01/03/2020 – 28/02/2023
Dr. Nathalie Charbonnel
Coordinator: Biology Center for Population Management (CBGP) – INRAE/IRD/CIRAD/Montpellier SupAgro – Montferrier sur Lez – France
Department of Biology – University of Antwerpen – Antwerpen – Belgium
Infectious Diseases and Vectors (MIVEGEC) – IRD /Université de Montpellier/CNRS – Montpellier – France
Mountain Ecosystems and Societies (LESSEM), INRAE– Grenoble – France
Animal Ecology – University of Potsdam – Potsdam – Germany
Zoology building, School of Natural Sciences – Trinity College Dublin – Dublin – Ireland
Tropical Parasitology –Medical University of Gdansk – Gdynia – Poland
Major advances in the understanding of infectious diseases have been achieved these last decades. However, the persistence and re-emergence of pathogens continue to raise public and veterinary health concerns, of which the recent COVID-19 pandemic may be one of the most dramatic recent examples. The role of biological diversity alteration in such cases has received a lot of attention, primarily because of the concomitant occurrence of habitat alteration and biodiversity loss with pathogen transmission and emergence from wildlife. Yet, scientists do not exactly understand how biodiversity changes disease dynamics and emergence. Understanding the relationships between wildlife biodiversity and zoonotic infectious diseases in a changing climate is a challenging and major issue of worldwide concern that scientists must address to help guide policy actions and response.
BioRodDis aims at tackling this challenge by looking at rodent-borne diseases in European temperate forests and large urban green spaces. Rodents are important reservoirs of zoonotic agents; forests and green spaces are environments where rodents are abundant, and where human/domestic-wildlife interactions are likely to occur. The main objectives will be to develop four promising and original research streams to understand the relationship between biodiversity and zoonotic infectious diseases:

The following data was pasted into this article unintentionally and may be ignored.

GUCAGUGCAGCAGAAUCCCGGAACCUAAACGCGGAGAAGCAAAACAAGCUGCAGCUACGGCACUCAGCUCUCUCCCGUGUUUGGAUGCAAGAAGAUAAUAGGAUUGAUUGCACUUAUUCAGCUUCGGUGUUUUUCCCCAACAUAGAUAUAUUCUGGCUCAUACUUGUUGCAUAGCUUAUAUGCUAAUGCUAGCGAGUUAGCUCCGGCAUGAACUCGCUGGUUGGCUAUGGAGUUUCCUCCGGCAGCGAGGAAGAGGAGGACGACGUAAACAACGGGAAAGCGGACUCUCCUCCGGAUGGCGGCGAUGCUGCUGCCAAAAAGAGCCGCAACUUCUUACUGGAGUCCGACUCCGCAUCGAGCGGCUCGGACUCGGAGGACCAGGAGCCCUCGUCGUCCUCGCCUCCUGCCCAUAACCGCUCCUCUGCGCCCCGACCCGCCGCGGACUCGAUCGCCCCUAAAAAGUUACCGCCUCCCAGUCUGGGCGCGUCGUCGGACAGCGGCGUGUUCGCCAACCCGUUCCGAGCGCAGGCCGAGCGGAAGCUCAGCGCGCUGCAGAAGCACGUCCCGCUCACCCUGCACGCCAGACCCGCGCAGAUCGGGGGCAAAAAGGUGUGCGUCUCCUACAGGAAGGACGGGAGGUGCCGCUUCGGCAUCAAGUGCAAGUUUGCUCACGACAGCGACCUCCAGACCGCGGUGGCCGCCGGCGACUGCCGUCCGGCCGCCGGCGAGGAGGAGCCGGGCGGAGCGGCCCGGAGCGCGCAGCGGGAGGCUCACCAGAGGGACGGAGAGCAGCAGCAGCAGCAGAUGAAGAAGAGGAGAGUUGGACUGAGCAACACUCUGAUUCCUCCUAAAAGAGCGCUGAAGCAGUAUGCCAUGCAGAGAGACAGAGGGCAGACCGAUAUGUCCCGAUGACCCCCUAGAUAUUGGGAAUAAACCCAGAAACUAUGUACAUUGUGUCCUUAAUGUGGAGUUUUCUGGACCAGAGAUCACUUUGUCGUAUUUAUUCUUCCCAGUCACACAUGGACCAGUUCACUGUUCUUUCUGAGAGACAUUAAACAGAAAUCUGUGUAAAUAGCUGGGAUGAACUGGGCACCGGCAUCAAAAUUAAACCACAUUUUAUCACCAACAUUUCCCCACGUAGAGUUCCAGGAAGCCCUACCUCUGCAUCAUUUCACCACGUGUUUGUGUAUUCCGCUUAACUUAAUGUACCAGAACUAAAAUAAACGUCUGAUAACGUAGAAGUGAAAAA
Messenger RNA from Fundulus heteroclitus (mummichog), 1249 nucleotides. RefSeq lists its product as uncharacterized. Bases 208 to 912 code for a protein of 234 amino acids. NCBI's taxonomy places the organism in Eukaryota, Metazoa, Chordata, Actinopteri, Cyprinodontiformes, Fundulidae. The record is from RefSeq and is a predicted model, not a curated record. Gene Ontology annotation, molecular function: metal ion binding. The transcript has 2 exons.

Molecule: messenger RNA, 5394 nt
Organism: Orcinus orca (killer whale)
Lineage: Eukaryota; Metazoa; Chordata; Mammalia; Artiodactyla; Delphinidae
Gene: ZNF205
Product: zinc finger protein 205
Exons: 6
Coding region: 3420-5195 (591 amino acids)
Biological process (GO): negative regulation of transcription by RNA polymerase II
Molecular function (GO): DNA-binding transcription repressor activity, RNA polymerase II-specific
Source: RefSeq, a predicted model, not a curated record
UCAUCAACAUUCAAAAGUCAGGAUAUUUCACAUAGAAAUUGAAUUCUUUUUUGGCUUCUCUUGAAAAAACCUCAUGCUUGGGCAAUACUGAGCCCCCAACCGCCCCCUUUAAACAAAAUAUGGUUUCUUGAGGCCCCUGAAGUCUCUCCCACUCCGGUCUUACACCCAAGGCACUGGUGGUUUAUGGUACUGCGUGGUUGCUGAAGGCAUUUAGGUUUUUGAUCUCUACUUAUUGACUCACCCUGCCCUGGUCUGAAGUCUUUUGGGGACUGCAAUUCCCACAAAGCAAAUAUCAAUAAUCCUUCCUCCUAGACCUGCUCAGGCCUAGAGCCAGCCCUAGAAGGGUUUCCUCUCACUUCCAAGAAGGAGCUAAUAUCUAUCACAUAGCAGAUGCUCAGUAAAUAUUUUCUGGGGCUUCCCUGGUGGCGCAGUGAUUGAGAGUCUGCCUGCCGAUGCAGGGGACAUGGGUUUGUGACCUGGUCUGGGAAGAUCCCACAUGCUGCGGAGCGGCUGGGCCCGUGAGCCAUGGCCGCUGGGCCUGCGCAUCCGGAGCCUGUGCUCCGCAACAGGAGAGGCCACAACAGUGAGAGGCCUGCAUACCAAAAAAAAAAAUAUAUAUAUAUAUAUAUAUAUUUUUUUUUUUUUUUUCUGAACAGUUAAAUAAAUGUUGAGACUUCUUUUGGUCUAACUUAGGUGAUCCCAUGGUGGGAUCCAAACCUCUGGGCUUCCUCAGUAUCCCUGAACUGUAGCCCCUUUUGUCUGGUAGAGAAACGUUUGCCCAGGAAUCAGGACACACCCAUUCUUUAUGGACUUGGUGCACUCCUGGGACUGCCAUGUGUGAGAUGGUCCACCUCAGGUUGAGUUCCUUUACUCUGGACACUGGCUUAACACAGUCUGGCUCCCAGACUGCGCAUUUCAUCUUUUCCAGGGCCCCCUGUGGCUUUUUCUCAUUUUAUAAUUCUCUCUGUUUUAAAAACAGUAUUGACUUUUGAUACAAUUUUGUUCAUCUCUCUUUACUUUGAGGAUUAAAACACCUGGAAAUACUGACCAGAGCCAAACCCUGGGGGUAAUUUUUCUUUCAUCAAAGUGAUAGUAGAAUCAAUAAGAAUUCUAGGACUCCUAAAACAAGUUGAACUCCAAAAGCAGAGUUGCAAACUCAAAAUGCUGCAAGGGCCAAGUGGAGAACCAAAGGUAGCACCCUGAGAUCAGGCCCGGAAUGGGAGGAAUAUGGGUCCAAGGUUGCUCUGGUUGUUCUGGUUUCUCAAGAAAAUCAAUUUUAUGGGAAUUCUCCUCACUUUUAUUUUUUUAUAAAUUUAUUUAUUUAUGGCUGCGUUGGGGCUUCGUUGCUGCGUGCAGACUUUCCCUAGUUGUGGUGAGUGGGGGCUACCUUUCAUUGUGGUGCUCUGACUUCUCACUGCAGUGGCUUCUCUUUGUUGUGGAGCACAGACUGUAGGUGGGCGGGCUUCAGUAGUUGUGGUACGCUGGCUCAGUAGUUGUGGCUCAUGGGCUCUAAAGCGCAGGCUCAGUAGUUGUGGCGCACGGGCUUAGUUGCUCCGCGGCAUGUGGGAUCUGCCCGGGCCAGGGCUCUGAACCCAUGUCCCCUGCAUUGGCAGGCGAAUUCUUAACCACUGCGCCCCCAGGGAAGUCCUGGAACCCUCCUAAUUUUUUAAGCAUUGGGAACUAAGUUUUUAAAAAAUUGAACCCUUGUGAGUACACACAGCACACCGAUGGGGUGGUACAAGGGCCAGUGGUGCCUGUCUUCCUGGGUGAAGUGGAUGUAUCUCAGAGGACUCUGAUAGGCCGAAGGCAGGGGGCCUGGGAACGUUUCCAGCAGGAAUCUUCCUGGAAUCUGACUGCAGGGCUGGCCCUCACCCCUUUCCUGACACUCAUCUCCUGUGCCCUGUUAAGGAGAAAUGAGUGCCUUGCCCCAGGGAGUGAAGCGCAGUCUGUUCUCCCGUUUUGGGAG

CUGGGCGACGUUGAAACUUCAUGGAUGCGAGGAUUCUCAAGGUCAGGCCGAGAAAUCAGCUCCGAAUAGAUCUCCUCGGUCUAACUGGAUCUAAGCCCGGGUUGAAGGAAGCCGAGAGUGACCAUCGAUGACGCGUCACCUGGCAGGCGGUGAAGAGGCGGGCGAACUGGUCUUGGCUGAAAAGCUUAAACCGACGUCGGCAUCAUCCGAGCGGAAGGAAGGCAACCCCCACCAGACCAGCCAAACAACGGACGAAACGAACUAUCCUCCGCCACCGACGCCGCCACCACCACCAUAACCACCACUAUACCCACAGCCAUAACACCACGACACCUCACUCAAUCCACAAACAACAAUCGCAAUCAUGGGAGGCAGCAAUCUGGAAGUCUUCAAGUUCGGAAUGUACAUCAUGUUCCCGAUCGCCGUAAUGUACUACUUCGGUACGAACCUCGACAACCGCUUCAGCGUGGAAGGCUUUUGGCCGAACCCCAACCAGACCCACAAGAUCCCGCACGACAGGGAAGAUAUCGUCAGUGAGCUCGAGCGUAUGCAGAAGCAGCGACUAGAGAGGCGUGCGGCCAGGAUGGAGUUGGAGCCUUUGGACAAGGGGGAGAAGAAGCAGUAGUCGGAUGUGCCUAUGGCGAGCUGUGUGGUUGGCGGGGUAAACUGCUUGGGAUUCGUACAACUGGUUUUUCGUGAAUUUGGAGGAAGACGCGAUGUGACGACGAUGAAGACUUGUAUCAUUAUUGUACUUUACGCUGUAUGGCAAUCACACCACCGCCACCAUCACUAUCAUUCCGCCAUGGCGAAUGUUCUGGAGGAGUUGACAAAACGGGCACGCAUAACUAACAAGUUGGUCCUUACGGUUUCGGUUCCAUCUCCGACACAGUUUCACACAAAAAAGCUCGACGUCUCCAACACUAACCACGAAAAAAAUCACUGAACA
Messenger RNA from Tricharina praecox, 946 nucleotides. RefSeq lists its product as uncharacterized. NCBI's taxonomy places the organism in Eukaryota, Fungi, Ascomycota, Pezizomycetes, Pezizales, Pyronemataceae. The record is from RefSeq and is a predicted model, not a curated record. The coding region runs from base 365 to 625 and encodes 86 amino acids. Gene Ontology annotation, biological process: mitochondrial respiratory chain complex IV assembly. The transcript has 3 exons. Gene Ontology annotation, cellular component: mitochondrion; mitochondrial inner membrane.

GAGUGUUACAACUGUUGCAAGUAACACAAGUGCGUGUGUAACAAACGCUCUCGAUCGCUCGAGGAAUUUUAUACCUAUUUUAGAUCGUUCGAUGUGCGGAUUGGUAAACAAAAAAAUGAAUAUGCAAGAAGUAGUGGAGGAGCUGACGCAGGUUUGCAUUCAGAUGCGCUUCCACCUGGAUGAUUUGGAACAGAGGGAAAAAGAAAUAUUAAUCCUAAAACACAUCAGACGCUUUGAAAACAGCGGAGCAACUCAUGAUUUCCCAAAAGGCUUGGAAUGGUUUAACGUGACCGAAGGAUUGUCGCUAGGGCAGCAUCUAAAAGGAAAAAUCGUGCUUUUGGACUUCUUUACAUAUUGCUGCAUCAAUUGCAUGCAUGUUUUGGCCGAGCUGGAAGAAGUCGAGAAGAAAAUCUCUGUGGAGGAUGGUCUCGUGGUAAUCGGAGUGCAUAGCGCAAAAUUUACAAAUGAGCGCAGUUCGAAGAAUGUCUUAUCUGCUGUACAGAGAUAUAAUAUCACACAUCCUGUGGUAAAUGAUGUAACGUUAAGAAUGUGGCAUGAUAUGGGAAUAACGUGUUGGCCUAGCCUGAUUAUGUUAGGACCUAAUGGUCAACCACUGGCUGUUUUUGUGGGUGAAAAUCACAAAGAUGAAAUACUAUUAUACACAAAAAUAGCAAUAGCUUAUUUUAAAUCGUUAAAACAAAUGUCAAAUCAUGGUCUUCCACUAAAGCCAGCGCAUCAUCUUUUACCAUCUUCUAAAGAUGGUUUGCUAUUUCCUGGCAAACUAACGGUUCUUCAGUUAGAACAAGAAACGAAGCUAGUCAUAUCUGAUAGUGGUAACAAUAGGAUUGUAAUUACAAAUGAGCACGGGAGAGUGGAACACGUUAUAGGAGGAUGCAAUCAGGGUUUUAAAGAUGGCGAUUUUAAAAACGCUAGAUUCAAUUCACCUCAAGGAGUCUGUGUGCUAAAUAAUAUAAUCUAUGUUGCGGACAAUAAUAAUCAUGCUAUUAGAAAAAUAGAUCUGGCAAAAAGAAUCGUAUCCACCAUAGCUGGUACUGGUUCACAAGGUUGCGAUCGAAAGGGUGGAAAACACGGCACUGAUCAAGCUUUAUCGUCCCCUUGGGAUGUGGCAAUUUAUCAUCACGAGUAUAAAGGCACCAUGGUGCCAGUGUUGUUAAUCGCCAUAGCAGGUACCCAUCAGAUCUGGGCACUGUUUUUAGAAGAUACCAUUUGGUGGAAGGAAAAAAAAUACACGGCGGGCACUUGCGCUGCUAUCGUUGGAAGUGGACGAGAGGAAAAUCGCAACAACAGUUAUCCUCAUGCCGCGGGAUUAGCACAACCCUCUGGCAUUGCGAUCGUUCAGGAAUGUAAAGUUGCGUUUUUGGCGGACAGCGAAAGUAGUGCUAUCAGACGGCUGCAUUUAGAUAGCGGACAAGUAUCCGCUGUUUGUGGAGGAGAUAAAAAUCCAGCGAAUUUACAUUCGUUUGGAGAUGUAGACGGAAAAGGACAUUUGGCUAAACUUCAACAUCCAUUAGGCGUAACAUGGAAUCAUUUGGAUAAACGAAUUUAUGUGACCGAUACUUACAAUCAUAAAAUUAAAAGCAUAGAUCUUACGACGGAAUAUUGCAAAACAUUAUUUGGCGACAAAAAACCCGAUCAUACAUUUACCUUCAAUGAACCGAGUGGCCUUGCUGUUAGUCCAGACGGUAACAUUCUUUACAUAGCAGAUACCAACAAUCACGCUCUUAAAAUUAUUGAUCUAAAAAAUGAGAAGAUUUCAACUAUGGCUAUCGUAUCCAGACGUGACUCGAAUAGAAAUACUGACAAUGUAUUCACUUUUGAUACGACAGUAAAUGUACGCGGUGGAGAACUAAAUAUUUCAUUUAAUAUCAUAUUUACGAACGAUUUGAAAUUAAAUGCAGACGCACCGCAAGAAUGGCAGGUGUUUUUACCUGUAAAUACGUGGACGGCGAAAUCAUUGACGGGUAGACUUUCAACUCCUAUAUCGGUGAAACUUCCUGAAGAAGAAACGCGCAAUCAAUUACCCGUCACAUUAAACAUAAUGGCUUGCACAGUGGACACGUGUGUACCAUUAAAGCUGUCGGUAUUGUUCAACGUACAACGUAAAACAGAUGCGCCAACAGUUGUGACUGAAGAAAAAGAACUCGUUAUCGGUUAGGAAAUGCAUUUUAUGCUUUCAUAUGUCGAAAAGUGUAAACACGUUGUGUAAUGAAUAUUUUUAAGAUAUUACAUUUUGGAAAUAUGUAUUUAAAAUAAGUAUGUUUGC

• the impact of co-infections on epidemiology;
• the interactions between gut microbiome and host susceptibility to infectious
• the influence of socio-economic contexts on human exposure to wildlife;
• the temporal variability of biodiversity/health relationships.
Overall, BioRodDis will provide proof-of-concept that joint strategies between public health and conservation biology programs can help to prevent emergence of zoonotic pathogens from wildlife including coronaviruses as needed.
BioRodDis will use rodent sampling and large survey of zoonotic agents and microbiome to establish an up-to-date, open database and maps of rodent-borne pathogens circulating in western-central European countries. Eco-epidemiological approaches will be applied to enhance our understanding of the processes that influence zoonotic pathogen transmission in rodent populations. Mathematical models will be developed to analyse the influence of spatiotemporal scales and within-host interactions on the relationships between biodiversity (rodents and microbiome) and zoonotic diseases. The impact of climate change scenarios on zoonotic disease risk and rodent-microbiome biodiversity will be evaluated. Lastly, zoonose prevention policies will be improved through (i) the dissemination of surveillance protocols that will be adapted to the different specific user groups (clinicians, identified risk groups, biodiversity conservation organisations); (ii) the training of the main stakeholders identified and (iii) awareness campaigns towards people at risks such as clinicians, biodiversity conservation organisations, ecology and environment departments of cities and national forestry offices.
In addition to advancing scientific knowledge, the project will rely on participation in conferences and an active use of social media. The project also involves sociologists to help partners develop effective knowledge exchanges and collaborations between scientists and stakeholders. A first circle will integrate collaborators from public health, biodiversity management and NGOs representing public at risk (e.g. Scouts) of rodent-borne zoonoses. These stakeholders will be strongly engaged throughout the project, as they will be informed, consulted and involved in project activities and dissemination (e.g. ecology departments of cities, national forestry office). A second, larger, circle will be engaged through knowledge exchanges, to guarantee that all organisations and public interested in, affected by rodent-borne diseases or involved in nature management can be informed.